Torremolinos Tourist Information
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I have made Easter (Semana Santa) a separate page because of its importance to both local Spanish people, ex-pats and tourists.

The dates for Easter change each year and the dates here are for 2020 but below are the Easter Sunday dates for the next few years.

Easter Sunday 12 April 2020, 4 April 2021, 17 April 2022, 9 April 2023

The thrones (tronos) with different images pass slowly through the streets of Torremolinos carried by many people (mostly men but that is changing) who rock the trono as they walk and take many rests for the tronos are very heavy. The thrones are followed by Nazarenes, women wearing the traditional mantilla and penitents some of whom walk bare footed and blindfolded. They are joined by the musical bands that accompany the walk with sacramental music.

These events are historic and have many words that are not seen elsewhere. Here is a definition of some of them.

Torremolinos hosts four different processions each year on Palm Sunday, Holy Tuesday, Good Friday and Resurrection Sunday (Easter Sunday) organised by two churches: the Parish of Our Lady Mother of Good Counsel (Iglesia Madre del Buen Consejo in Plaza Pablo Ruiz Picasso) and its cofradia (Brotherhood of Jesus upon his Entry into Jerusalem from Our Father Jesus Nazarene and Mary Most Holy of Sorrows).

The second is the Parish of Our Lord Risen Christ (Iglesia Cristo Resucitado in Calle Horacio Lengo).

The processions are very popular with tourists as well as local people so please enjoy but remember that these are religious cultural events so please keep respect. For many local people it isn't just a show.

I have shown routes for each of the four processions. If you are struggling with the maps then click the Click at the top left of the map to see the list of streets.
5th April - Palm Sunday
According to the Christian religion, Palm Sunday is the day of the entrance of Jesus into Jerusalem. This is popularly known as 'La Pollinica'. The thrones of Jesus and Mary are adorned with palm leaves and many followers carry palm fronds. The procession is scheduled to leave the church at 11am but even getting the thrones out of the church is no mean feat.

On Palm Sunday (Domingo de Ramos), the palms are blessed first at the church at 10.30am. The procession starts at 11.00am and is headed by the Parish Cross accompanied by two antorchones (Essentially torchbearers. They normally carry candlesticks or lanterns on long poles) carrying large palm leaves and three or more monaguillos (Children who help in the church. Probably called altar boys in the UK. In Spain they are both boys and girls).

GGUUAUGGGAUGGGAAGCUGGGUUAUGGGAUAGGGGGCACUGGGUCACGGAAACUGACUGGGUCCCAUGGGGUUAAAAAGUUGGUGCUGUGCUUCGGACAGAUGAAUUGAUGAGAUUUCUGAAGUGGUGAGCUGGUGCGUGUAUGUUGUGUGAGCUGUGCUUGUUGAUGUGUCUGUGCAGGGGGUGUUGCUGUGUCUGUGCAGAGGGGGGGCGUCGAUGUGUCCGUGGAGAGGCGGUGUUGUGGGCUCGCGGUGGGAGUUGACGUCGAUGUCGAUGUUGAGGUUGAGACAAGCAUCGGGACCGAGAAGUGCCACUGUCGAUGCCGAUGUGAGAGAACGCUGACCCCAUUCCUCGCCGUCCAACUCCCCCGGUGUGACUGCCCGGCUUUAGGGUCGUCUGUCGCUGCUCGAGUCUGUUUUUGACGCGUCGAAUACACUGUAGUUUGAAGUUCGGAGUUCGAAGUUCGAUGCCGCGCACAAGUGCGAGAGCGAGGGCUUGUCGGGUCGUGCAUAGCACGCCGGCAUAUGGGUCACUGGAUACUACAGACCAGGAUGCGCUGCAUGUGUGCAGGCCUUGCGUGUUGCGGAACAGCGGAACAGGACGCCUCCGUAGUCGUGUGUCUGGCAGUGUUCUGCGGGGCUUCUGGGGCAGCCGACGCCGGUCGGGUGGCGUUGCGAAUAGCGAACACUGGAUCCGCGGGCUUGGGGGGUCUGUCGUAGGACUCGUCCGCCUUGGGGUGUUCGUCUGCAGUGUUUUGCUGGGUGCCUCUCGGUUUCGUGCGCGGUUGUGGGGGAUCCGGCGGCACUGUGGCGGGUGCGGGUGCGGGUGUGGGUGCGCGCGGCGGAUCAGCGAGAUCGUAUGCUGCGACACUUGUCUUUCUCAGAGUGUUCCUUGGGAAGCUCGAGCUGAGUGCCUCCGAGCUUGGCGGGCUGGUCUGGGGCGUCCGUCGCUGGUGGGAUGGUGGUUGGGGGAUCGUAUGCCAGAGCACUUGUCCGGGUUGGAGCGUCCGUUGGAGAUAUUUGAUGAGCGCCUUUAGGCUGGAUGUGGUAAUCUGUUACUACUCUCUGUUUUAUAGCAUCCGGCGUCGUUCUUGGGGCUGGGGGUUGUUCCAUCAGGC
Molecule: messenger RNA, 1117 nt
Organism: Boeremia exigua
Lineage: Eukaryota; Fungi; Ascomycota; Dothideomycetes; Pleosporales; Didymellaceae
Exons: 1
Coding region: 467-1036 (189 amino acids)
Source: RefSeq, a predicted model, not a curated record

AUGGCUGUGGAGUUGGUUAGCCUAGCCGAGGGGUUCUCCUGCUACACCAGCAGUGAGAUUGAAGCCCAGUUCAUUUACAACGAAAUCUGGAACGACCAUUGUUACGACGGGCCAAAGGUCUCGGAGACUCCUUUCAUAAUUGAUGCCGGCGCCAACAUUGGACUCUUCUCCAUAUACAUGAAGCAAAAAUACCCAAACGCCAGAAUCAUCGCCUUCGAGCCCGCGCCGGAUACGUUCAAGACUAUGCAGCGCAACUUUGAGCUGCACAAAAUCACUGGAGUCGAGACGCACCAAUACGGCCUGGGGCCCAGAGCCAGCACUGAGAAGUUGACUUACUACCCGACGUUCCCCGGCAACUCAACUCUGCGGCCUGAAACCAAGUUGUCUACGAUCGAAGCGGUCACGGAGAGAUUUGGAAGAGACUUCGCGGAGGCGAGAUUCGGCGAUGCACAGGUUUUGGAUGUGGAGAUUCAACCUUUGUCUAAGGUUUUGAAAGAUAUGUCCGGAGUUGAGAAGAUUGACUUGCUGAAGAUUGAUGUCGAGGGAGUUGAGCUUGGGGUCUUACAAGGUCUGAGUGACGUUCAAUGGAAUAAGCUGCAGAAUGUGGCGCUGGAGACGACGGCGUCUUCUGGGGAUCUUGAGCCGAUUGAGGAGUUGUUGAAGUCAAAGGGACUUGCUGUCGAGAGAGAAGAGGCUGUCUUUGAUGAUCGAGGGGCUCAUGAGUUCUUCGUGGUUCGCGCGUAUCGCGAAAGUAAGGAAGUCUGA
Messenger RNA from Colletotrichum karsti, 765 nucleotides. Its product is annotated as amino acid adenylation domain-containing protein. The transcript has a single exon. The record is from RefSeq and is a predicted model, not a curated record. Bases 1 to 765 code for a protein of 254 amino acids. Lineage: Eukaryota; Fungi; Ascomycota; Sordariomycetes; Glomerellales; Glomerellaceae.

Next comes Torremolinos Town Band followed by up to 200 children all in tunics and carrying palms and around 100 nazarenos (Members of the fraternity) wearing ivory robes and blue antifazes (Tall conical head covering similar to those worn by the Ku Klux Clan. They contain a cardboard cone called a capirote to keep them upright).

Here are some pictures and video of the procession 2019.
7th April - Holy Tuesday
The celebration of Holy Week continues with the images of the Christ Jesus of the Judgment and the Virgin Our Lady of Calvary, leaving the church at 8pm. Here are some pictures and video of the procession 2019.
10th April - Good Friday
Good Friday is in remembrance of the death by crucifiction of Christ. 'Good' because it precedes the resurrection.

This starts at 9am in La Carihuela from the church of our Lady of Carmen of the Carihuela (la Parroquia Nuestra Señora del Carmen de La Carihuela). After a tour through the streets, the image of the crucified Christ is carried to the seashore of what was a traditional fishing community.

In the evening, at 7.00pm, the procession will carry the throne of Jesus of Nazareth and Mary of Sorrows through the streets. Here are some pictures and video of the procession 2019.
12th April - Easter Sunday (Resurrection Sunday)
The procession leaves the church at 11.30 am to commemorate the Passover or resurrection of Jesus with the throne of the image of the resurrected Jesus and the Virgin of the Star.
Easter Sweets
Two common sweets for Easter are the torrija and the pestiño. However, it should be noted that the supermarkets are selling lots of Easter eggs.

The torrija is of European origin with a long tradition in Spain. It consists of a slice of bread that is soaked in milk, syrup or wine and then coated in egg before being deep fried. It is then sweetened with honey, molasses or sugar and flavoured with cinnamon. It is similar to French toast.

The pestiño, which is also popular at Christmas, is a piece of dough, deep fried in olive oil and glazed with honey or sugar.

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Last updated 16th March 2020